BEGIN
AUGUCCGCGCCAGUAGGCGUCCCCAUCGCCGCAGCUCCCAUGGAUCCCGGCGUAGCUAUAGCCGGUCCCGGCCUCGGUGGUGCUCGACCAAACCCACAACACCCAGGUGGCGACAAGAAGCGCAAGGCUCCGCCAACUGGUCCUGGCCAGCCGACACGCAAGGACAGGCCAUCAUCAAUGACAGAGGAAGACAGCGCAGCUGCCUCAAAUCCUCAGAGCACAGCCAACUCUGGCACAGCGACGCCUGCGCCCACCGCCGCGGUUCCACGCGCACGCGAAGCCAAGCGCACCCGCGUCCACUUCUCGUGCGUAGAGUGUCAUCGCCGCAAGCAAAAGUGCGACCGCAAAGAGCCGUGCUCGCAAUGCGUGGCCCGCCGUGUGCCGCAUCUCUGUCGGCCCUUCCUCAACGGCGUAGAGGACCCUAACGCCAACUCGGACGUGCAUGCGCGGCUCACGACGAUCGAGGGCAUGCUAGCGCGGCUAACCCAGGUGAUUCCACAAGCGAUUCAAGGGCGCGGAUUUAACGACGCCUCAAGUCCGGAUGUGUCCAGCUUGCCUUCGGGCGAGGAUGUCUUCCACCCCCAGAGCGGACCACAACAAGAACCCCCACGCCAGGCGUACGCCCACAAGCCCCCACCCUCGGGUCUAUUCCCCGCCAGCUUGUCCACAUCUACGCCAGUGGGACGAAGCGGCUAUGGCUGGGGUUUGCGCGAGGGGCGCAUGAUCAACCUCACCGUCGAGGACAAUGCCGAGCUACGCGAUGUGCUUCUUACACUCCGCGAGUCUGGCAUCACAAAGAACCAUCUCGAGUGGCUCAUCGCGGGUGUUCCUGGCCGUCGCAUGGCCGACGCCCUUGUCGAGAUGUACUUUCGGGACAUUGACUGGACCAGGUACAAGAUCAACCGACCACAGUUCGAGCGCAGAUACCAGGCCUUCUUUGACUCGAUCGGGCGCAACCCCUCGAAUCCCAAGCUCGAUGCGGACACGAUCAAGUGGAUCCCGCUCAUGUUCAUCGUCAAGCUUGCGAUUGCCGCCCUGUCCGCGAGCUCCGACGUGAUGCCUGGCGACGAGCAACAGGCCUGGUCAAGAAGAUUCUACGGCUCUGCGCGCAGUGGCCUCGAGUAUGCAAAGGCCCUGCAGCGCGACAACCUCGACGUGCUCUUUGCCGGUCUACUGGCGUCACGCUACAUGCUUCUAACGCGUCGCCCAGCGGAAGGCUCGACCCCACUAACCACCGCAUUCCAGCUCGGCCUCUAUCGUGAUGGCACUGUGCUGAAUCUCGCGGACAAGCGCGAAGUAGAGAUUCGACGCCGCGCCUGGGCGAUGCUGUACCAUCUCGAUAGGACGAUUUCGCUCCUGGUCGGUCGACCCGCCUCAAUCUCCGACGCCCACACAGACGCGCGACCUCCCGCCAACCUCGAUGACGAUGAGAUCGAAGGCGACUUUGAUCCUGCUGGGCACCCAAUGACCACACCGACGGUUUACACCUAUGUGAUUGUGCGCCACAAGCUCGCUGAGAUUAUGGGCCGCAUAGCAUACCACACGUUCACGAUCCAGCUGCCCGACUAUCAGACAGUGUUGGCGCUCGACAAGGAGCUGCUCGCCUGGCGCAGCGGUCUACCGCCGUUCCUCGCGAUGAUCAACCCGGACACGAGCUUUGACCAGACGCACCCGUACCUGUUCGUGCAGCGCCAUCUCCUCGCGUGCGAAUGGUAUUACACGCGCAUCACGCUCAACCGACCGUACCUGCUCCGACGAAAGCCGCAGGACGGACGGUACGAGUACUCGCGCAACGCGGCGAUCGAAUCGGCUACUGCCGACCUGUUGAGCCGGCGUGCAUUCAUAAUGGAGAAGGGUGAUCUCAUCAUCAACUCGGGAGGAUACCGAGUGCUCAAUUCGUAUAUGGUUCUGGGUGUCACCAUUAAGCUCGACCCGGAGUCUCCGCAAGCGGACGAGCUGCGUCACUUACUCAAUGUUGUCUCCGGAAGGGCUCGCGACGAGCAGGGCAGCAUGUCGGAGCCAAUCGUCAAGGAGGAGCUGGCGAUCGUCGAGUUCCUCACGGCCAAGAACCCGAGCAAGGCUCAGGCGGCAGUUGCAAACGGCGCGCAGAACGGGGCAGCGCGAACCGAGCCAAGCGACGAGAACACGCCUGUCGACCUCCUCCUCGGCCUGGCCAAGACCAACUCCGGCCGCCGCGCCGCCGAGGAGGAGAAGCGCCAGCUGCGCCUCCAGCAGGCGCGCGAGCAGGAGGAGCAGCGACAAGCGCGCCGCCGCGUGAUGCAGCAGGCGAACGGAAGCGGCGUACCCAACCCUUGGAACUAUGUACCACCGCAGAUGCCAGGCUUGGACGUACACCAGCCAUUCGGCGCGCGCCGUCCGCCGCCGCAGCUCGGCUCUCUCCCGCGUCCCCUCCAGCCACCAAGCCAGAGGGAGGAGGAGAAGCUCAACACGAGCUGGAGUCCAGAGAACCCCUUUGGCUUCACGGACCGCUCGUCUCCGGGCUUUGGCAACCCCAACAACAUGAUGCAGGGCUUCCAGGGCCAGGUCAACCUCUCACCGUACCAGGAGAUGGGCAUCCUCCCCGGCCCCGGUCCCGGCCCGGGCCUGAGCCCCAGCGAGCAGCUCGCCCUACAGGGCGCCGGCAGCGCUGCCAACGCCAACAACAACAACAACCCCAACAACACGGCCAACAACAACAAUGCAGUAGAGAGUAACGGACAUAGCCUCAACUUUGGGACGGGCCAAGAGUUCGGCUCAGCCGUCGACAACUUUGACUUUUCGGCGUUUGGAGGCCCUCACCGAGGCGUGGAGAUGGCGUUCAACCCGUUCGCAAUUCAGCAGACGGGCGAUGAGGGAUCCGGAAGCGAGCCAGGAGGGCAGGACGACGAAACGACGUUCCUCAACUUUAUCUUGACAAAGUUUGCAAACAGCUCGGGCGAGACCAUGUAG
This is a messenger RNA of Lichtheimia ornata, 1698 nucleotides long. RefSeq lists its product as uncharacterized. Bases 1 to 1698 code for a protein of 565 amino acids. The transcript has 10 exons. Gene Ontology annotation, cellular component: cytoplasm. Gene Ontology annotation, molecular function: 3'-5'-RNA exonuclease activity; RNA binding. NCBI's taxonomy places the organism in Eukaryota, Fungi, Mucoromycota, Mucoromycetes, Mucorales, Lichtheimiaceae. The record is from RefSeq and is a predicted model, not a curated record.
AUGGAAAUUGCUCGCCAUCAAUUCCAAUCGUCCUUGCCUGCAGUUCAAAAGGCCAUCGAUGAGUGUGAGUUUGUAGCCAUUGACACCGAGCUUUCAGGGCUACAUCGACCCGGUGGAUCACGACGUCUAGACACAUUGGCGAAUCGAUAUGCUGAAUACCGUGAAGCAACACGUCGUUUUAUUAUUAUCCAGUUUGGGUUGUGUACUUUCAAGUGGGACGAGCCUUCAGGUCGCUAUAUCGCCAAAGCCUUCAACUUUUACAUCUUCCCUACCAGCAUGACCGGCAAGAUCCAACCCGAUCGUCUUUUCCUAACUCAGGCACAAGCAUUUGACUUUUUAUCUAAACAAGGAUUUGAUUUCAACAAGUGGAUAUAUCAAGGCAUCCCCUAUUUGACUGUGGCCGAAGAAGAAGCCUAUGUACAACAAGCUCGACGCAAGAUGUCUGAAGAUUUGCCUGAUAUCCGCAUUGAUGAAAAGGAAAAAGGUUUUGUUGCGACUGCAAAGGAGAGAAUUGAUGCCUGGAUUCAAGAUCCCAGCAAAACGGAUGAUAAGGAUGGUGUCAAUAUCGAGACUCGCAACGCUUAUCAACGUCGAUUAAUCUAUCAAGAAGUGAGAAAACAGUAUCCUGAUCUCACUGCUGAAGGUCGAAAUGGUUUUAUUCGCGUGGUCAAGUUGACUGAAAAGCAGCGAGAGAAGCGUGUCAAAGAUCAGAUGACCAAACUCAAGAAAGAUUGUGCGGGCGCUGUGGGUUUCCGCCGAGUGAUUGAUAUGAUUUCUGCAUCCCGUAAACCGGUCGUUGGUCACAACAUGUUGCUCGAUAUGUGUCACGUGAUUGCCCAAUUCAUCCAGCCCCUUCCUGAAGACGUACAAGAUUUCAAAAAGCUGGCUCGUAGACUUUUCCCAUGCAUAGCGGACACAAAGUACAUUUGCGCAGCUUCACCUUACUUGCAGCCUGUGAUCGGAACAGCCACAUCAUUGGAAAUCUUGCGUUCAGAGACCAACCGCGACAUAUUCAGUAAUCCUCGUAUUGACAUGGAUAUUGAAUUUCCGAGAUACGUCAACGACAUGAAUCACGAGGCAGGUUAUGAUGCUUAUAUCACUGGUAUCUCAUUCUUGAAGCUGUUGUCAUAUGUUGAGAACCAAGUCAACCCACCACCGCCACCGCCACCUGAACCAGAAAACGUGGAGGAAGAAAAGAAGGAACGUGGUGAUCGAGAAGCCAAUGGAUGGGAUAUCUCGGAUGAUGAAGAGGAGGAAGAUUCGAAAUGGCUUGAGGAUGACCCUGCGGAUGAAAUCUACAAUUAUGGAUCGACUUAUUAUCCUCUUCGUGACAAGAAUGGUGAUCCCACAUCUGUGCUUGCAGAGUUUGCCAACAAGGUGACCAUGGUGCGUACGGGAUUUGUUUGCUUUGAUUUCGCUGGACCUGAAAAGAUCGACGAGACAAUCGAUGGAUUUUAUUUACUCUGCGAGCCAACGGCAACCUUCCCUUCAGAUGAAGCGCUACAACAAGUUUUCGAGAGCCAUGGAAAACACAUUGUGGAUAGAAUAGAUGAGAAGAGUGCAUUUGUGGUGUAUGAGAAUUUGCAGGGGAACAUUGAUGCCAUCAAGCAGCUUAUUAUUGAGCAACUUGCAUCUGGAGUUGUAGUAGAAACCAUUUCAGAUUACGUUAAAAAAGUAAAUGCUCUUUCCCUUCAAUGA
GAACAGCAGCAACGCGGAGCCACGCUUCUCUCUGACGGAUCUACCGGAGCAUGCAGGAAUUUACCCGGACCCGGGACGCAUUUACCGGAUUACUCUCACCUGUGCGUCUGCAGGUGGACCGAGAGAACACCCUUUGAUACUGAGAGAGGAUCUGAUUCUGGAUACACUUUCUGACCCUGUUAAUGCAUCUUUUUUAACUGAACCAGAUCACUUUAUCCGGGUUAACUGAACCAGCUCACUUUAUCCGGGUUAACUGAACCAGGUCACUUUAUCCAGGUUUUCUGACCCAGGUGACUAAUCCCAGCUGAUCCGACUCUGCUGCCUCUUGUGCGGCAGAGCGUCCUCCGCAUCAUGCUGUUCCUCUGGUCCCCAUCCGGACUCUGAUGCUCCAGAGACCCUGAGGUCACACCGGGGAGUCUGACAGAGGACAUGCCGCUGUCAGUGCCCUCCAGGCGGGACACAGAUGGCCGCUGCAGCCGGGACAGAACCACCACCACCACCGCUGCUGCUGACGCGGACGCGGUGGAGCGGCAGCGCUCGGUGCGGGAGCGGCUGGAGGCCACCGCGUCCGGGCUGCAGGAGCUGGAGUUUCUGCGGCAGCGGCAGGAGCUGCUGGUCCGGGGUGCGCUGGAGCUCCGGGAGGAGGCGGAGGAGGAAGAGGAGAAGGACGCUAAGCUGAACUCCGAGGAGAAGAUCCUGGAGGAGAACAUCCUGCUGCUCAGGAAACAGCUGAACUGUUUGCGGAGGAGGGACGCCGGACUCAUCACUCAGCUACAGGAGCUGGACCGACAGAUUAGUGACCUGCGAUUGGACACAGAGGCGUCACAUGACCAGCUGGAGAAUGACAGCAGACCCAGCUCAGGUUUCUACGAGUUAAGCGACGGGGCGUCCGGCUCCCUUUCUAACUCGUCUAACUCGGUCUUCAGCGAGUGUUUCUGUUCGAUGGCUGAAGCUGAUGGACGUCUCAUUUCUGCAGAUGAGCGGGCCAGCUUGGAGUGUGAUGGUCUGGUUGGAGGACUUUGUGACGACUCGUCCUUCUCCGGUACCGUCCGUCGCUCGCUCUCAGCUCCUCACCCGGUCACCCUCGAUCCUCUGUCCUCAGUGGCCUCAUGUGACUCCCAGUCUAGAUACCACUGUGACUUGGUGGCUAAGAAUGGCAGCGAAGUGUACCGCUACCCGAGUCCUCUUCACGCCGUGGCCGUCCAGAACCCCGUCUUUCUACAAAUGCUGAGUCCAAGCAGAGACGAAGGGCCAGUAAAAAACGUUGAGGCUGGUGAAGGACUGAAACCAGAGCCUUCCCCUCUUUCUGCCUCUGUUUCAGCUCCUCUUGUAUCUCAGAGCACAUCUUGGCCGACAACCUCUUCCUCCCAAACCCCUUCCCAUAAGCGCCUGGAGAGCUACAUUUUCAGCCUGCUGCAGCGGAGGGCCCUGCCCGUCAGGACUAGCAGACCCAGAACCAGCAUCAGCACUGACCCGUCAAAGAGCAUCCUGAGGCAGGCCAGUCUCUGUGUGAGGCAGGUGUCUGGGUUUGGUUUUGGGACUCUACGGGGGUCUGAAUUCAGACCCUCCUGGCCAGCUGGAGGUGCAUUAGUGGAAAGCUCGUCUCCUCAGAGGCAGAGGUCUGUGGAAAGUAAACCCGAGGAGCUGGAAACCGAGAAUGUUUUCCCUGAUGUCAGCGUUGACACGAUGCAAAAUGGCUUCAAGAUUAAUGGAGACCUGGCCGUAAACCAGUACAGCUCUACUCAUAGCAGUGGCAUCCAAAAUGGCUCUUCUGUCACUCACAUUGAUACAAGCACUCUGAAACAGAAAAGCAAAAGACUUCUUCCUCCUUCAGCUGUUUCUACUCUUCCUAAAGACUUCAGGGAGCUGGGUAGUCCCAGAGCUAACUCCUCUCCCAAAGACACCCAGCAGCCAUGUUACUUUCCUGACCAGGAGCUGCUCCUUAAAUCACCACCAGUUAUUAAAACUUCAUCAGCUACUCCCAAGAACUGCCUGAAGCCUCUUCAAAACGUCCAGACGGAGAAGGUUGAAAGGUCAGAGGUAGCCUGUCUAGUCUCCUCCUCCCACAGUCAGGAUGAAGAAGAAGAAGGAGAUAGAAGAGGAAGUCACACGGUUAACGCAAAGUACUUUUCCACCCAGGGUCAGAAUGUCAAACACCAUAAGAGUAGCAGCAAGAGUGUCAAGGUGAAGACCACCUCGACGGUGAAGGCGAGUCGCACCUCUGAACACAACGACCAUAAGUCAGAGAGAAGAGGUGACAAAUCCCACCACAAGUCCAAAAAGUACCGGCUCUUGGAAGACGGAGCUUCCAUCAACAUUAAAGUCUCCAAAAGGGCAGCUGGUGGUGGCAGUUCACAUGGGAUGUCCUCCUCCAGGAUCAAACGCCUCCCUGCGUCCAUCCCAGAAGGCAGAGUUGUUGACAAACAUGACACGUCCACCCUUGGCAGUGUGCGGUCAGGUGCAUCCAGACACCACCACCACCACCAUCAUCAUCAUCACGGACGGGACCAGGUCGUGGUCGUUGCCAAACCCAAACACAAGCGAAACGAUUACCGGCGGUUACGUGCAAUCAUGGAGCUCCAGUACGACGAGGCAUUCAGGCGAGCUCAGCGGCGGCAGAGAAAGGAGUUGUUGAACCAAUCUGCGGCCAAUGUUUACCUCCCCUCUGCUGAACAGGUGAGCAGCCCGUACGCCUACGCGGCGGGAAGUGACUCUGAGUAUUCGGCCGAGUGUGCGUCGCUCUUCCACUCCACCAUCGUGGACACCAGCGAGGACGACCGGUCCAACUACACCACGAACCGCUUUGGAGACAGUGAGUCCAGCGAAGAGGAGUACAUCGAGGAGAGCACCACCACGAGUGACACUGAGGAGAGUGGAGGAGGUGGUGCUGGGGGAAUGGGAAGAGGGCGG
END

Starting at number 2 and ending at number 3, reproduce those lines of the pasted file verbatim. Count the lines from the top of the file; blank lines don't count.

This is a messenger RNA of Lichtheimia ornata, 1698 nucleotides long. RefSeq lists its product as uncharacterized. Bases 1 to 1698 code for a protein of 565 amino acids. The transcript has 10 exons. Gene Ontology annotation, cellular component: cytoplasm. Gene Ontology annotation, molecular function: 3'-5'-RNA exonuclease activity; RNA binding. NCBI's taxonomy places the organism in Eukaryota, Fungi, Mucoromycota, Mucoromycetes, Mucorales, Lichtheimiaceae. The record is from RefSeq and is a predicted model, not a curated record.
AUGGAAAUUGCUCGCCAUCAAUUCCAAUCGUCCUUGCCUGCAGUUCAAAAGGCCAUCGAUGAGUGUGAGUUUGUAGCCAUUGACACCGAGCUUUCAGGGCUACAUCGACCCGGUGGAUCACGACGUCUAGACACAUUGGCGAAUCGAUAUGCUGAAUACCGUGAAGCAACACGUCGUUUUAUUAUUAUCCAGUUUGGGUUGUGUACUUUCAAGUGGGACGAGCCUUCAGGUCGCUAUAUCGCCAAAGCCUUCAACUUUUACAUCUUCCCUACCAGCAUGACCGGCAAGAUCCAACCCGAUCGUCUUUUCCUAACUCAGGCACAAGCAUUUGACUUUUUAUCUAAACAAGGAUUUGAUUUCAACAAGUGGAUAUAUCAAGGCAUCCCCUAUUUGACUGUGGCCGAAGAAGAAGCCUAUGUACAACAAGCUCGACGCAAGAUGUCUGAAGAUUUGCCUGAUAUCCGCAUUGAUGAAAAGGAAAAAGGUUUUGUUGCGACUGCAAAGGAGAGAAUUGAUGCCUGGAUUCAAGAUCCCAGCAAAACGGAUGAUAAGGAUGGUGUCAAUAUCGAGACUCGCAACGCUUAUCAACGUCGAUUAAUCUAUCAAGAAGUGAGAAAACAGUAUCCUGAUCUCACUGCUGAAGGUCGAAAUGGUUUUAUUCGCGUGGUCAAGUUGACUGAAAAGCAGCGAGAGAAGCGUGUCAAAGAUCAGAUGACCAAACUCAAGAAAGAUUGUGCGGGCGCUGUGGGUUUCCGCCGAGUGAUUGAUAUGAUUUCUGCAUCCCGUAAACCGGUCGUUGGUCACAACAUGUUGCUCGAUAUGUGUCACGUGAUUGCCCAAUUCAUCCAGCCCCUUCCUGAAGACGUACAAGAUUUCAAAAAGCUGGCUCGUAGACUUUUCCCAUGCAUAGCGGACACAAAGUACAUUUGCGCAGCUUCACCUUACUUGCAGCCUGUGAUCGGAACAGCCACAUCAUUGGAAAUCUUGCGUUCAGAGACCAACCGCGACAUAUUCAGUAAUCCUCGUAUUGACAUGGAUAUUGAAUUUCCGAGAUACGUCAACGACAUGAAUCACGAGGCAGGUUAUGAUGCUUAUAUCACUGGUAUCUCAUUCUUGAAGCUGUUGUCAUAUGUUGAGAACCAAGUCAACCCACCACCGCCACCGCCACCUGAACCAGAAAACGUGGAGGAAGAAAAGAAGGAACGUGGUGAUCGAGAAGCCAAUGGAUGGGAUAUCUCGGAUGAUGAAGAGGAGGAAGAUUCGAAAUGGCUUGAGGAUGACCCUGCGGAUGAAAUCUACAAUUAUGGAUCGACUUAUUAUCCUCUUCGUGACAAGAAUGGUGAUCCCACAUCUGUGCUUGCAGAGUUUGCCAACAAGGUGACCAUGGUGCGUACGGGAUUUGUUUGCUUUGAUUUCGCUGGACCUGAAAAGAUCGACGAGACAAUCGAUGGAUUUUAUUUACUCUGCGAGCCAACGGCAACCUUCCCUUCAGAUGAAGCGCUACAACAAGUUUUCGAGAGCCAUGGAAAACACAUUGUGGAUAGAAUAGAUGAGAAGAGUGCAUUUGUGGUGUAUGAGAAUUUGCAGGGGAACAUUGAUGCCAUCAAGCAGCUUAUUAUUGAGCAACUUGCAUCUGGAGUUGUAGUAGAAACCAUUUCAGAUUACGUUAAAAAAGUAAAUGCUCUUUCCCUUCAAUGA